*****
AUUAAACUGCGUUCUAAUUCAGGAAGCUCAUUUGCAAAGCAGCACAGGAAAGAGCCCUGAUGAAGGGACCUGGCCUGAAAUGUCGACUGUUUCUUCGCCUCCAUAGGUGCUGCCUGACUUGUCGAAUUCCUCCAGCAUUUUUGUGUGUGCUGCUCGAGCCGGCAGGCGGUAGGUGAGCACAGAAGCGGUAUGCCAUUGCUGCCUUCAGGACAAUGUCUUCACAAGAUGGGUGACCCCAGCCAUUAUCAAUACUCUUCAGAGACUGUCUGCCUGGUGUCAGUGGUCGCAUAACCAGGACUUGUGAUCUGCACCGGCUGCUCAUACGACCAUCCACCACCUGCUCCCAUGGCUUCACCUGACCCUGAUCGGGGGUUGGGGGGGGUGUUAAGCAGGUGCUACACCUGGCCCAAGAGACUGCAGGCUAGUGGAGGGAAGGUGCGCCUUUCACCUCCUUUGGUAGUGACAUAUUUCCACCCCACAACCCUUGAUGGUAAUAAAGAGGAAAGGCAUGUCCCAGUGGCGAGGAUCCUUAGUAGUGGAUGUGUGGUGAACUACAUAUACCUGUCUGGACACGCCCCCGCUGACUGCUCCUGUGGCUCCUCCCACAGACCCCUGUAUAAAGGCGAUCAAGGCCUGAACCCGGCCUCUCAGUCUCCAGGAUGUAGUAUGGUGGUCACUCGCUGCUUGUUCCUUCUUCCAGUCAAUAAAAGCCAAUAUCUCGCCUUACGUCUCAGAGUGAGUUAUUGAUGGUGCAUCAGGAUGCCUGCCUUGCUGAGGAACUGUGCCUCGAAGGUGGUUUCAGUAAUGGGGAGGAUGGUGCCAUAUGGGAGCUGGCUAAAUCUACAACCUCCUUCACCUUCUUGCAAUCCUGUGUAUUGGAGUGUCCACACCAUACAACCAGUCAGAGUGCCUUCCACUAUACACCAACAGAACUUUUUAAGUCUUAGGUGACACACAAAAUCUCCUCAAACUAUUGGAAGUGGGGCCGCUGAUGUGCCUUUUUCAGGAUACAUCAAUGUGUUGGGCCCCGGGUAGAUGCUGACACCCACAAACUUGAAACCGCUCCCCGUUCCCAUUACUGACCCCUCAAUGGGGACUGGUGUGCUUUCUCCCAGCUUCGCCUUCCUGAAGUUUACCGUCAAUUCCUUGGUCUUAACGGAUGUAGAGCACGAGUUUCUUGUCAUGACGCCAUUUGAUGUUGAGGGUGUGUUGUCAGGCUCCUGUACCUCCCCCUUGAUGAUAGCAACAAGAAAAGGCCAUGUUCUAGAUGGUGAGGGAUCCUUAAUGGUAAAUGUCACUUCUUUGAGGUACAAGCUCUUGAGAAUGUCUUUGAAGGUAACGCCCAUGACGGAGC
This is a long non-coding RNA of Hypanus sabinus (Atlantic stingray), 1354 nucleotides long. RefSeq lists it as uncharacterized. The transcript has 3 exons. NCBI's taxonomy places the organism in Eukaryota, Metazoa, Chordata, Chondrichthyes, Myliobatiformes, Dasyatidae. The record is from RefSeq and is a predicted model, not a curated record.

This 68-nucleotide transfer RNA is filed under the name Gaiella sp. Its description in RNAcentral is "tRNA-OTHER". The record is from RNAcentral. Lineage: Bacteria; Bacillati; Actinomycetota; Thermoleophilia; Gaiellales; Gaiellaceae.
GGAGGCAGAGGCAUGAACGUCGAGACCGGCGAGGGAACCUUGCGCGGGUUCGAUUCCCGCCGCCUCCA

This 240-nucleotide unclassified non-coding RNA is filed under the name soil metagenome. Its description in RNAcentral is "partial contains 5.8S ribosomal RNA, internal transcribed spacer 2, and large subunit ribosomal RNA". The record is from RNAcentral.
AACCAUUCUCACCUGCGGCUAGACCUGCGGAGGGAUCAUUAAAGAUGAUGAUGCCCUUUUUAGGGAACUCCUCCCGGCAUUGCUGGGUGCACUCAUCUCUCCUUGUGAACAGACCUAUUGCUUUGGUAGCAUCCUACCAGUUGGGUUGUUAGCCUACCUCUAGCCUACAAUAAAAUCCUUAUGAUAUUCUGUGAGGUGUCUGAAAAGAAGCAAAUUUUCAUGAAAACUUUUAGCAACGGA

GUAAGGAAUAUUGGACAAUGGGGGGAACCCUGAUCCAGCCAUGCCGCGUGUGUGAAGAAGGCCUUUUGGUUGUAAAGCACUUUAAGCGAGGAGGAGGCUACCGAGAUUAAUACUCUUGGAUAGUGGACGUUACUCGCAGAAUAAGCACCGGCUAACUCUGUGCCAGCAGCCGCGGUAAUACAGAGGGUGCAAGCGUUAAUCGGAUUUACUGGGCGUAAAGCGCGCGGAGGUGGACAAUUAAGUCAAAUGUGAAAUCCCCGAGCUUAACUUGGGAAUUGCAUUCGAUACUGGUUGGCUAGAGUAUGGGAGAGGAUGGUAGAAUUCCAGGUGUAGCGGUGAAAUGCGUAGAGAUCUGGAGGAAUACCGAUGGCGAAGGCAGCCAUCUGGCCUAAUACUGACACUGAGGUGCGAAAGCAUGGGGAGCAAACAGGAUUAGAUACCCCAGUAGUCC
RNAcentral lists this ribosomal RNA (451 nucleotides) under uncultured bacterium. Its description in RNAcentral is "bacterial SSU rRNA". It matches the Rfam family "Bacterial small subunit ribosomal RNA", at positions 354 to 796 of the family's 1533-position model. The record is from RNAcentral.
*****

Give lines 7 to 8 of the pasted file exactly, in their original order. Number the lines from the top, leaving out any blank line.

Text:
GUAAGGAAUAUUGGACAAUGGGGGGAACCCUGAUCCAGCCAUGCCGCGUGUGUGAAGAAGGCCUUUUGGUUGUAAAGCACUUUAAGCGAGGAGGAGGCUACCGAGAUUAAUACUCUUGGAUAGUGGACGUUACUCGCAGAAUAAGCACCGGCUAACUCUGUGCCAGCAGCCGCGGUAAUACAGAGGGUGCAAGCGUUAAUCGGAUUUACUGGGCGUAAAGCGCGCGGAGGUGGACAAUUAAGUCAAAUGUGAAAUCCCCGAGCUUAACUUGGGAAUUGCAUUCGAUACUGGUUGGCUAGAGUAUGGGAGAGGAUGGUAGAAUUCCAGGUGUAGCGGUGAAAUGCGUAGAGAUCUGGAGGAAUACCGAUGGCGAAGGCAGCCAUCUGGCCUAAUACUGACACUGAGGUGCGAAAGCAUGGGGAGCAAACAGGAUUAGAUACCCCAGUAGUCC
RNAcentral lists this ribosomal RNA (451 nucleotides) under uncultured bacterium. Its description in RNAcentral is "bacterial SSU rRNA". It matches the Rfam family "Bacterial small subunit ribosomal RNA", at positions 354 to 796 of the family's 1533-position model. The record is from RNAcentral.